The more criteria listed below that a website has, the better the chance of it being a quality website.
*Accuracy. The page lists the author and/or institution that published the page; a means of contact (email, phone, address) is provided.
Ask yourself: Who made the website and what is its purpose?
*Authority. The page lists the author credentials; the URL has a preferred domain name (.edu, .gov, .org, or .net).
Ask yourself: Is the author qualified to write about the subject?
*Objectivity. The page provides accurate information with limited advertising; the information is presented objectively.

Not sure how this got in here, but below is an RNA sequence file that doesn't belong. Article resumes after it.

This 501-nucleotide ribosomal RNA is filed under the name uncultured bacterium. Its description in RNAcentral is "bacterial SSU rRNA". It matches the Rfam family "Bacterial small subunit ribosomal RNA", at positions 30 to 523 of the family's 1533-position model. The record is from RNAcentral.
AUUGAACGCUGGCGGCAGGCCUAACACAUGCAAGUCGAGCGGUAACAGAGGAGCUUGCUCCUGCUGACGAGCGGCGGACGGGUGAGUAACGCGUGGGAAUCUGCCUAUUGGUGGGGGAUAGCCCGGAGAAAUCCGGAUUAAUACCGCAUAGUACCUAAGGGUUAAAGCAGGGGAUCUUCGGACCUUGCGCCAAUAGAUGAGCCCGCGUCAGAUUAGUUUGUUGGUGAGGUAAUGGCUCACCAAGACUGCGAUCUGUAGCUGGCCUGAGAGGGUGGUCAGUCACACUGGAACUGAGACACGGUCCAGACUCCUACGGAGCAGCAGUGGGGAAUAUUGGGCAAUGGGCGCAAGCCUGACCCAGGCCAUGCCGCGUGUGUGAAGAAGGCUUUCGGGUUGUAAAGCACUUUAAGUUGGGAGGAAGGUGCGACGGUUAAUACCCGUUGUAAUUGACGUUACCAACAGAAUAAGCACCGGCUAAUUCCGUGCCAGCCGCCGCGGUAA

Ask yourself: Does the author express opinions or facts?
Are there a lot of ads?
*Currency. The page is current and updated regularly (as stated on the page); the links (if any) are also up-to-date.
Ask yourself: When was it last updated?
*Accessibility. You can view the information properly--not limited to fees, browser technology, or software requirements.
Ask yourself: Is it easy to find the information you need?
Kapoun, Jim. "Teaching undergrads WEB evaluation: A guide for library instruction." C&RL News (July/August 1998): 522-523.